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10 Ways to Prepare Your Home for Joyful Learning

By Jeannette Webb
Printed in Practical Homeschooling #96, 2010.

Sacrifice a little neatness and make your home a place where kids love to learn

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Jeannette Webb


Traditional educators would be horrified at my methods. I hate textbooks, rigid routines, and checklists. However, I’m not a laid-back kind of a gal. My family will verify that I’m definitely a Type A personality, but with one degree in child development and years as a Youth Development Specialist, I know that truly embracing knowledge is a choice made by my child, not a demand I can place on him.

Therefore, when my children were young, I decided to take the sneaky route and filled my home with interesting things that would invite investigation.

This wasn’t easy for me. I’m a tidy person and prefer to have neatly labeled boxes (with lids) lining shelves and everything in its place in an impeccably decorated home, but I had to step out of my comfort zone and settle for a bit of a mess in order to invite discovery.

Here are some ways I set up learning opportunities. They weren’t on the school assignment sheet. There were no requirements that the children participate. I didn’t feel like a failure when an opportunity was passed up.

The Art Studio

Our schoolroom had a walk-in closet lined with shelves. On the lowest shelves, within reach of little hands, I filled clear containers with every kind of craft item imaginable: pipe cleaners, polymer clay, sculpting clay, construction paper, craft foam, cardboard, paint, sketch pads, sketching pencils, colored pencils, crayons, fabric, glue, yarn, fabric swatches, knitting needles and crochet hooks, embroidery thread, etc, etc. My daughter loved working with her hands and learned to crochet at the tender age of five. She spent hours happily creating projects. My son never ventured near the closet. He preferred the workbench his grandfather built for him on the back porch. There he hammered nails into wood and glued wood scraps together and created more manly things.

The Science Lab

While my daughter lost track of time in the craft closet, my son spent hours in his “lab.” His affinity for science asserted itself extremely early and his burning questions occupied hours a day. He used a magnifying glass as a toddler to examine things. As soon as he had the fine motor skills to handle it, we purchased two microscopes: one with a platform for three-dimensional objects (rocks, butterflies, etc.) and one for use with prepared slides. They were always out and ready to reveal a wonderful microscopic world. He had test tubes and butterfly nets and batteries and wires. I had to give up my work area on the back porch as his experiments and equipment took up every square inch and filled every drawer, but a man must not be kept from exploring the mysteries of the universe.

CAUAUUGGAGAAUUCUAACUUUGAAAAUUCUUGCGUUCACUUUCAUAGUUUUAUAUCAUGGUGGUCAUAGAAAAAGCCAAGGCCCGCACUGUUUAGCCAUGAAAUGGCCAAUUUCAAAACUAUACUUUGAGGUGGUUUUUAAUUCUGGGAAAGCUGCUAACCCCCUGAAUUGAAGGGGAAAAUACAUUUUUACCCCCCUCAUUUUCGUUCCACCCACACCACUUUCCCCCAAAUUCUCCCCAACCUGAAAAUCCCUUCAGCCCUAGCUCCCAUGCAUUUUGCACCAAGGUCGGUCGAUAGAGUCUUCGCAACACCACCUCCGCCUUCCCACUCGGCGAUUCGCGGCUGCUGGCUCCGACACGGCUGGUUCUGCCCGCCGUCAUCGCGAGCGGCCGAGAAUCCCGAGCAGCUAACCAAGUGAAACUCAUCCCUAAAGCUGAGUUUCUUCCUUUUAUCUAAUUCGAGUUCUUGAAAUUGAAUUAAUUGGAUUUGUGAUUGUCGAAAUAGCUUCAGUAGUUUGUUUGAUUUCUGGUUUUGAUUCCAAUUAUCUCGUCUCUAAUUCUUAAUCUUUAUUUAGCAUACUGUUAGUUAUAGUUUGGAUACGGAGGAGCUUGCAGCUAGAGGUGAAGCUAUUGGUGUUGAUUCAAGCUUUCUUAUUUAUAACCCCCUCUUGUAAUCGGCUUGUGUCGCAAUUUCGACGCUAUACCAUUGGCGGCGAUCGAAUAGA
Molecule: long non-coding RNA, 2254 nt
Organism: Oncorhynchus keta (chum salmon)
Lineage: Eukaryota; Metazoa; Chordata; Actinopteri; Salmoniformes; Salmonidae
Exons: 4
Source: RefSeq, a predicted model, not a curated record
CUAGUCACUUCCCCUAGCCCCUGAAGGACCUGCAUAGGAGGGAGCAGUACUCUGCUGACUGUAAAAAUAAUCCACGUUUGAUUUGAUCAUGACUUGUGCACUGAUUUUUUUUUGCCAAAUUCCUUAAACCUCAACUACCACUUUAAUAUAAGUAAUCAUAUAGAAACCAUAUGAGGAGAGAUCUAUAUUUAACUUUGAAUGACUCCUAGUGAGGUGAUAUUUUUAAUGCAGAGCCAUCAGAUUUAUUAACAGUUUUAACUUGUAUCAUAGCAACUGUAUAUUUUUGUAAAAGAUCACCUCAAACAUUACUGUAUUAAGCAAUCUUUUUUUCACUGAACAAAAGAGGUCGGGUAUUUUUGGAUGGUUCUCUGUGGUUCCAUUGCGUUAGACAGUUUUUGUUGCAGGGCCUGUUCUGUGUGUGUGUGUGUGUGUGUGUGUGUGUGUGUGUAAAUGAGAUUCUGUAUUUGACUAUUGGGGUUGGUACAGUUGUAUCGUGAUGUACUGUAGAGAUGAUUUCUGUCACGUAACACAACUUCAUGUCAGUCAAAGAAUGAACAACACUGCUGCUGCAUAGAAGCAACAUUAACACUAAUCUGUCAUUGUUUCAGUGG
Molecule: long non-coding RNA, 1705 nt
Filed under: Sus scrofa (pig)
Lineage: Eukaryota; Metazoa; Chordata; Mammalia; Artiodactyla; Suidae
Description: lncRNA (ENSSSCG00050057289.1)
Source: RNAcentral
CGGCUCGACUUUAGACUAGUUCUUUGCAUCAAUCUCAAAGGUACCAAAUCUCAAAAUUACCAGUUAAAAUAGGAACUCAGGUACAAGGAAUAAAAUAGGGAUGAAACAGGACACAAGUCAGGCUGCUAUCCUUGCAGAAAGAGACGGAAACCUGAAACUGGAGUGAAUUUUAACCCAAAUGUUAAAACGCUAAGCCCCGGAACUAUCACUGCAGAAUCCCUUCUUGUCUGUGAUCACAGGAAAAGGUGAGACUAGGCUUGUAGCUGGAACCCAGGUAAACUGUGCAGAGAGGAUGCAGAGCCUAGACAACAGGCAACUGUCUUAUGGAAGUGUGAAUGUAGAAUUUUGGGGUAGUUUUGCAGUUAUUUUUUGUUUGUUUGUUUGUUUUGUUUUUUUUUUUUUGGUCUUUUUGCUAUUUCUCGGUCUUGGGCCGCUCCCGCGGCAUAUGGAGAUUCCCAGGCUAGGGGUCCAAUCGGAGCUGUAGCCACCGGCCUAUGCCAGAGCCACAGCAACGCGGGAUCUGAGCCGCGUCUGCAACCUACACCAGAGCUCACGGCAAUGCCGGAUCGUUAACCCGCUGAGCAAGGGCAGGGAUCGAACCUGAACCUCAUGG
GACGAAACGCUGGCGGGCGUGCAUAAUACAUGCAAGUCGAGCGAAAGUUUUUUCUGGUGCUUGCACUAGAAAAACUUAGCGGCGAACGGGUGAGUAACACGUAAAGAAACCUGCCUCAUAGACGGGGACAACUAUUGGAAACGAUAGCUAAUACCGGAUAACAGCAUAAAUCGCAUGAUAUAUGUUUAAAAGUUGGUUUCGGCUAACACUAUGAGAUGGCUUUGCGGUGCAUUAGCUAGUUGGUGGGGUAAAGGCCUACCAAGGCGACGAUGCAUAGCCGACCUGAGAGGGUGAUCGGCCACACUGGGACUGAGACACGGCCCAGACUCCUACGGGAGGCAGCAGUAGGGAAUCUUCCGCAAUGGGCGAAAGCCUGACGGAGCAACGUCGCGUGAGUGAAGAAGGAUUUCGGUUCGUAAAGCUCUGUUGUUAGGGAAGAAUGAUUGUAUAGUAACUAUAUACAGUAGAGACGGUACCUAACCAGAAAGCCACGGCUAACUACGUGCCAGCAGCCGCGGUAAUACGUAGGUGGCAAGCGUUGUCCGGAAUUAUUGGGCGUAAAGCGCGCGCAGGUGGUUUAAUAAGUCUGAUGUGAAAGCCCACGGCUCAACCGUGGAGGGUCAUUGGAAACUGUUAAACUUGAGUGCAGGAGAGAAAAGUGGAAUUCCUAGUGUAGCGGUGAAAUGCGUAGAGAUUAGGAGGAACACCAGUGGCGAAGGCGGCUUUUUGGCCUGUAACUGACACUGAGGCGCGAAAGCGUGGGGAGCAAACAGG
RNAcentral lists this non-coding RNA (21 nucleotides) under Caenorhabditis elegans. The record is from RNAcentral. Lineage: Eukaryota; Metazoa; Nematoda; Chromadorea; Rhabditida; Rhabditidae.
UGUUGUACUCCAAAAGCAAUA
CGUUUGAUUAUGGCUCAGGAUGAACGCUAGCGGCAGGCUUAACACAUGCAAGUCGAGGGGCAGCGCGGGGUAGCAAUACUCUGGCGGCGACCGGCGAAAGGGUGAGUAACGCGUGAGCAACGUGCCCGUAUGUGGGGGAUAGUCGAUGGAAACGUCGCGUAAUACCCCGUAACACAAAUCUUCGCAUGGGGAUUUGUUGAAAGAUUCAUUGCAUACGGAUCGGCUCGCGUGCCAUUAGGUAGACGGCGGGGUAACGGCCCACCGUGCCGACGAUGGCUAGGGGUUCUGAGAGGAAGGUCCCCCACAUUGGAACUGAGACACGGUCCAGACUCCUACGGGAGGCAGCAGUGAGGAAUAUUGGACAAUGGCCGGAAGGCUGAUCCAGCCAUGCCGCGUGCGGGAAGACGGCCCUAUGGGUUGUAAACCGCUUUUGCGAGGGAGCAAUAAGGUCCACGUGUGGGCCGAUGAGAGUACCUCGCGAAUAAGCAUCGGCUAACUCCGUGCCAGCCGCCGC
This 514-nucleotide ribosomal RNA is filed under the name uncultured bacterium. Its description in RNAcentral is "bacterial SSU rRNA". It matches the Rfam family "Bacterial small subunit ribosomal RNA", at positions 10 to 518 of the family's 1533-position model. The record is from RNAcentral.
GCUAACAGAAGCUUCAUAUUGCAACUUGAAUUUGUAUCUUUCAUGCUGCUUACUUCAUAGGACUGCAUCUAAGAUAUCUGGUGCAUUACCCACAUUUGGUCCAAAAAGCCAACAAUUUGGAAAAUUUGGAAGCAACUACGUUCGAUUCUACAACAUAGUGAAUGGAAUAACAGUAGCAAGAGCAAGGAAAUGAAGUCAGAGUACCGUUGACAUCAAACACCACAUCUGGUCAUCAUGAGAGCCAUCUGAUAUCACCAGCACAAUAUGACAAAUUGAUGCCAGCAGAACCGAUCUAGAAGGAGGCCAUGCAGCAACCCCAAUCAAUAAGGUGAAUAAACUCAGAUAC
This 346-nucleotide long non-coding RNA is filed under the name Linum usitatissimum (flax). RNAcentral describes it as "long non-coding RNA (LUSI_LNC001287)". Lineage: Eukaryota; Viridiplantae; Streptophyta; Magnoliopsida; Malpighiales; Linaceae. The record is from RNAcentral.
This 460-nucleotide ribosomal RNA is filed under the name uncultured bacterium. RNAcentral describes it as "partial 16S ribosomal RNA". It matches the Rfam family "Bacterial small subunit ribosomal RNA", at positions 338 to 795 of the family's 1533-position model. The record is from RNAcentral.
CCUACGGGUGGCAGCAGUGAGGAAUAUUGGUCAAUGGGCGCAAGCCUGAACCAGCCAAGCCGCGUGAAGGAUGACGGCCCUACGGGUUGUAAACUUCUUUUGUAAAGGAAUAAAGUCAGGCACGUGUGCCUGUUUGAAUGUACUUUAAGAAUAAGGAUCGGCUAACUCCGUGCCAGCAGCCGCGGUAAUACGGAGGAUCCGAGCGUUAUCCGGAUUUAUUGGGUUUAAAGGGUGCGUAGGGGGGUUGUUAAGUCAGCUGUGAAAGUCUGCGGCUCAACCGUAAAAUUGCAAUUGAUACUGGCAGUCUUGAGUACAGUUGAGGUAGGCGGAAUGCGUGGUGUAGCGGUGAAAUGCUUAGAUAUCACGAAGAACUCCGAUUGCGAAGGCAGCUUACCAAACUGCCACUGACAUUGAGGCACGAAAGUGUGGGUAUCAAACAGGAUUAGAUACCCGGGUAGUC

The World at our Fingertips

While most of our walls were lined with bookcases, we kept one wall free in my son’s room to place a large world map and a U. S. map at his eye level. There was a globe nearby for perspective. Anytime we were reading about a particular place, we would stop and find it on the map. Several times throughout the years, the kids made their own maps as part of a particular study. I have a feeling that my son spent a great deal of time with these maps on his own, because today his knowledge of countries and geographical locations is astounding. But I shouldn’t be surprised. He looked at it every day and the countries on our planet just became a part of his world.

Trapped in the Bathroom

Years ago, a new homeschool acquaintance emerged from our bathroom on her first visit to our home shaking with laughter. She couldn’t believe that I actually hung posters on the wall directly opposite the, um, throne.

Well. What else are they going to do while they are sitting there??? I thought they just as well be learning something new or thinking about something interesting.

So through the years there were bathroom posters of cloud formations, U.S. Presidents, Oklahoma trees, fish, wildlife and other various topics. I figured that if efficiency expert Frank Gilbreth (of Cheaper by the Dozen fame) made his kids listen to French lessons while they bathed, surely I should make good use of bathroom time, too.

The Museum of Natural History

Some people collect priceless art. My kids collected the work of the Master Artist and decorated my kitchen bar with it. Snake skins, bird eggs, abandoned cicada shells, pretty rocks, and bird nests (when the birds were through with them). Sometimes I had to avert my eyes while fixing dinner, but they loved their treasures and wanted to learn more about them. They would bring a bird book, climb up on the stool, and compare their nest with those in the book or a find a book about snakes and figure out why they shed their skins.

The Zoo

My kids were transfixed with the ant farm and the fish aquarium inside the house and the hummingbird feeder and birdbath they could watch from the window. So much activity! They had a ball watching nature in a created environment that was easily accessible to them. Through the years we had bird feeders and squirrel feeders and planted bushes that attracted butterflies.